Stow selectmen debate Massachusetts marijuana regulations
By Mark [email protected]
Stow selectmen discussed the town’s response to the state marijuana regulations at the March 15 board meeting.
Massachusetts voters legalized the use of recreational marijuana in November 2016, with possession and use of small quantities permitted under Massachusetts law on Dec. 15, 2016. Marijuana possession is still a crime under federal law.
In the time since the vote, the state has been working to create regulations for the commercial marijuana industry, including production and sales.
The Cannabis Control Commission will begin accepting license applications from marijuana cultivators, product manufacturers, and retailers on April 1. Approved licenses would be effective 90 days after issue, which could mean commercial marijuana establishments would be opening for business in July.
High barrier to banning retail
Since 53.7 percent of voters in the town of Stow voted in favor of legalizing marijuana, selectmen cannot prohibit the opening of recreational marijuana establishments in town, unless two-thirds of voters approve prohibition at the polls. The selectmen voted a moratorium on recreational marijuana in effect until November, to give them more time to consider zoning and other issues.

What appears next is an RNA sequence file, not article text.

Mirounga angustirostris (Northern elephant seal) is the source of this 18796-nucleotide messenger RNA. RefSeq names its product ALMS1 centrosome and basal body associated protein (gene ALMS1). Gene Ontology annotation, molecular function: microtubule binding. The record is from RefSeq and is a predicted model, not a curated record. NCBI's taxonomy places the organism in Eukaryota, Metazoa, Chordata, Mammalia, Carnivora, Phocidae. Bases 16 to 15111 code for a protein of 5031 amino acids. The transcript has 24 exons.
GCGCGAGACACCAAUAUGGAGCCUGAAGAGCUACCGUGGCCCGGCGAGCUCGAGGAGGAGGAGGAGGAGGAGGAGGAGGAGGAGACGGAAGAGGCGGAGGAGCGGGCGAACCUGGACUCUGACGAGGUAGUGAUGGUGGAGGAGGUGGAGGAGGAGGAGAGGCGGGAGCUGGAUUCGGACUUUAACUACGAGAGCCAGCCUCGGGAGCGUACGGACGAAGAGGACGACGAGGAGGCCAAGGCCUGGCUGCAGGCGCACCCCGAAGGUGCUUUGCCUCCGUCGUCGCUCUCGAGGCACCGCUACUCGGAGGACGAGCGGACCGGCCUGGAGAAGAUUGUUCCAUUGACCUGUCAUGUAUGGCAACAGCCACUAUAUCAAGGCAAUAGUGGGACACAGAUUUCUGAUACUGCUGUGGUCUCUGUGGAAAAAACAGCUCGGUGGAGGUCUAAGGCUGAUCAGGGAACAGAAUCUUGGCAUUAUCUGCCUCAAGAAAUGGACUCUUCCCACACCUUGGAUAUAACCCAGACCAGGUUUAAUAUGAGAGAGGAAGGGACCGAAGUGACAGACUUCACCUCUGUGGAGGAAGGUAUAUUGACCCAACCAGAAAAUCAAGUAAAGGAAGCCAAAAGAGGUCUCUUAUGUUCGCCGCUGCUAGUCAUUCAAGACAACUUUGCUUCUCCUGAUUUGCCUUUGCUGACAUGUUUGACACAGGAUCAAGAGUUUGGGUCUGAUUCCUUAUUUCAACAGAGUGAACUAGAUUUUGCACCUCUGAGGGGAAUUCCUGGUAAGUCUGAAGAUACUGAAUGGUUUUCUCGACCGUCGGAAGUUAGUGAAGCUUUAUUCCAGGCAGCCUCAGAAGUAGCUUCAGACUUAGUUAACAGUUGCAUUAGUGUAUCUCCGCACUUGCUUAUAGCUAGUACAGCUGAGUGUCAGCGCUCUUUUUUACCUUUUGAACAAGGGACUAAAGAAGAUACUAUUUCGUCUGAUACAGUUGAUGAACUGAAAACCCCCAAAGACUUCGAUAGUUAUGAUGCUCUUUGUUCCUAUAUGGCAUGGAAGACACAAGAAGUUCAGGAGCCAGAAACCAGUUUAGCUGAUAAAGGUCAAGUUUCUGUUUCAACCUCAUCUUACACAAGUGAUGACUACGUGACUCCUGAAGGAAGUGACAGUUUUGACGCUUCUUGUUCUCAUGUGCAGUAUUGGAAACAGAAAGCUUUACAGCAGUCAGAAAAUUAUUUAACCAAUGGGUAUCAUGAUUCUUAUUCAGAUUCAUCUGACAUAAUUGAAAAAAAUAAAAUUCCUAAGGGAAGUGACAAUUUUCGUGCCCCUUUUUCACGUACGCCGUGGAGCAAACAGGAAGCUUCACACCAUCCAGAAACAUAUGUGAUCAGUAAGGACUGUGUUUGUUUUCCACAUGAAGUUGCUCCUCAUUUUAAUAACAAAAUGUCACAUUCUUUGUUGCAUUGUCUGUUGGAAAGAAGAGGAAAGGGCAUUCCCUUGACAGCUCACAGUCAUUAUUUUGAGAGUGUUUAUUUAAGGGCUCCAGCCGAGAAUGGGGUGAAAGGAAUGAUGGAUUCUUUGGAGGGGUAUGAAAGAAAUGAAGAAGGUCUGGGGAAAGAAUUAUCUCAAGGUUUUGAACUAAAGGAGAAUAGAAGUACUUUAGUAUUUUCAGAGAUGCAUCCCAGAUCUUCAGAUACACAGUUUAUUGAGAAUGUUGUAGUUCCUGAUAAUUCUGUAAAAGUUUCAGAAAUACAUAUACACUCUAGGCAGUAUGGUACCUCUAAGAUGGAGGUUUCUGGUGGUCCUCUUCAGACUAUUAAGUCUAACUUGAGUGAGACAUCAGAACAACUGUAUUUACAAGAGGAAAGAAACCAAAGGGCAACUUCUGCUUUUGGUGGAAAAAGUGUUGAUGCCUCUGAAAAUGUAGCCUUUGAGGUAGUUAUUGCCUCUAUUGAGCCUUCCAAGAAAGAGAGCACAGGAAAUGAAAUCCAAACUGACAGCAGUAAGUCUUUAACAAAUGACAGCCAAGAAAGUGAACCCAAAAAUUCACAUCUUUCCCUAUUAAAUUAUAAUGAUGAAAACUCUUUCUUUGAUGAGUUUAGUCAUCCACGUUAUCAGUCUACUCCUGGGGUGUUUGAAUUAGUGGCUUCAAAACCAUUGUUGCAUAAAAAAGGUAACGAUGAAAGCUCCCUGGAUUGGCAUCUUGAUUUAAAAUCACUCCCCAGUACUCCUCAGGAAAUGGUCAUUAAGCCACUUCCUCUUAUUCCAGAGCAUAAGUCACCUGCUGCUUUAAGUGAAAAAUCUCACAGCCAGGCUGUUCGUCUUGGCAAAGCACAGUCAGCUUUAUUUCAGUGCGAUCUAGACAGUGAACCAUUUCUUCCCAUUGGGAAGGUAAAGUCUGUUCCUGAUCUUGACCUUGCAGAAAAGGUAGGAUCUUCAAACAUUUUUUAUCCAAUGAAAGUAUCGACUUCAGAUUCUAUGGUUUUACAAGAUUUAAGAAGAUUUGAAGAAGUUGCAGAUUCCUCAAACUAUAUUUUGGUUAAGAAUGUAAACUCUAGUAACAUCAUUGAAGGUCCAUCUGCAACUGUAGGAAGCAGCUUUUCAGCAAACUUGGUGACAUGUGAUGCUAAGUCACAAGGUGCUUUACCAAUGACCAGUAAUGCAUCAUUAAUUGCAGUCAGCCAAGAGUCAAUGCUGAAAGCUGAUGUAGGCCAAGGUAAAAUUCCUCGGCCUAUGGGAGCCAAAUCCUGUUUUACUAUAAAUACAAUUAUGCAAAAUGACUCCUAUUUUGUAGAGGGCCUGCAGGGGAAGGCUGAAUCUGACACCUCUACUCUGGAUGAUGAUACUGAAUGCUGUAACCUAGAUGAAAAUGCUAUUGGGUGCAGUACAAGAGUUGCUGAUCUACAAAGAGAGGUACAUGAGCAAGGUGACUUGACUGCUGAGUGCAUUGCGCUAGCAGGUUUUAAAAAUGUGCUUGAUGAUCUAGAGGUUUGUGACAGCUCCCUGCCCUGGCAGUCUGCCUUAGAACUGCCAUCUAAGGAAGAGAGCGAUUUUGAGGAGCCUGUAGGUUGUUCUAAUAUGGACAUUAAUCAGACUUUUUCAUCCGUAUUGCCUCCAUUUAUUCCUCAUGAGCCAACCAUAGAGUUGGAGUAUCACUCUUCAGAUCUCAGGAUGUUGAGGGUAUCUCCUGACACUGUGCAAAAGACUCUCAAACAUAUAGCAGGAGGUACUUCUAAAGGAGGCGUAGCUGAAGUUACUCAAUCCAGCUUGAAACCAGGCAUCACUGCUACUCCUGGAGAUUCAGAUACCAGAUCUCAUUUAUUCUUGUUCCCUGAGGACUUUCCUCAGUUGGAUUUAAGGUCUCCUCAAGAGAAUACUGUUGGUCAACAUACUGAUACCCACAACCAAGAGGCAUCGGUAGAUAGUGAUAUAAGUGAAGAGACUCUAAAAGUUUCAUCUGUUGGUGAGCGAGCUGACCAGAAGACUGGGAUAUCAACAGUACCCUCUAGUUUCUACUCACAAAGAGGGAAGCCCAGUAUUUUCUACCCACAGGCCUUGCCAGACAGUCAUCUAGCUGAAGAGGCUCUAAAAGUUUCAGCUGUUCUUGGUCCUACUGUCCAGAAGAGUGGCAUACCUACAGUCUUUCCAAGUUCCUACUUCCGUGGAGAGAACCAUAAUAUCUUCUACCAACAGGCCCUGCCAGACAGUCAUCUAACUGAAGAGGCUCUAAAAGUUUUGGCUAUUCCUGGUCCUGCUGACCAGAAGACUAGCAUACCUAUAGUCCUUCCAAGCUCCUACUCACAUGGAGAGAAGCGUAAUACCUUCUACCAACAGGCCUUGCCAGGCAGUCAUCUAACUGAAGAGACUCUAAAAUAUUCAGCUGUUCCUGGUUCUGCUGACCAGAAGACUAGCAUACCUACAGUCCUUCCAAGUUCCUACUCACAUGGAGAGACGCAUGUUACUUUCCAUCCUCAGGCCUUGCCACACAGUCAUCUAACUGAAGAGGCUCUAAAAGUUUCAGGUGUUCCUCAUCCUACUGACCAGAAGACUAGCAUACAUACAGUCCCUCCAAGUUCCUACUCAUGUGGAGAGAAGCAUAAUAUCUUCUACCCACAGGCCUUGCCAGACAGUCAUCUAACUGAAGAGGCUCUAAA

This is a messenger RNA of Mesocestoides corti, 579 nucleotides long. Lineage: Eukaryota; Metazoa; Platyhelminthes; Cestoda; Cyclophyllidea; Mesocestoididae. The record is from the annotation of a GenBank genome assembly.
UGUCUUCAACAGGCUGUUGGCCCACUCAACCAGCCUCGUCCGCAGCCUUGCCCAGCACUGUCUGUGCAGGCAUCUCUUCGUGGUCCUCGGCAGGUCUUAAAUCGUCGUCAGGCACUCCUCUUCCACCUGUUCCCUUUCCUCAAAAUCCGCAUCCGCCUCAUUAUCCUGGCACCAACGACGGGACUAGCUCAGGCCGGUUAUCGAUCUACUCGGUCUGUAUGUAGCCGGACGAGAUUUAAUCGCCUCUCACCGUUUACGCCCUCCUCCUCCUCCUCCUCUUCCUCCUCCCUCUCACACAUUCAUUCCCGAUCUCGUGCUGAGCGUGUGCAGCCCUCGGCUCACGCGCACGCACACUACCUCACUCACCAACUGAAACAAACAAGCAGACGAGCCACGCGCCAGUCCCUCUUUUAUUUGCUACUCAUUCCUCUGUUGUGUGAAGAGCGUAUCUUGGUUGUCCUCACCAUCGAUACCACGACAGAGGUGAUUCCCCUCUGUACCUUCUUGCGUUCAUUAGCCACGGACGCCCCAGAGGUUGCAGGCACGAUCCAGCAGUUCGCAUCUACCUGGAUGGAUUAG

The purpose of the March 15 discussion was not to arrive at any decisions but to review the issues so the board would be prepared to make decisions at the March 27 meeting.
Selectman Chairman Brian Burke reviewed the issues.
They include whether the town might ban cultivation, manufacturing or sale of marijuana or implement a local 3 percent tax on marijuana sales. Also to be considered were penalties for violations, rules for signs, and limits on the number of marijuana establishments allowed in the town.
By law the town could limit the number of establishments to fewer than 20 percent of the number of off-premise liquor licenses. In the case of Stow this would amount to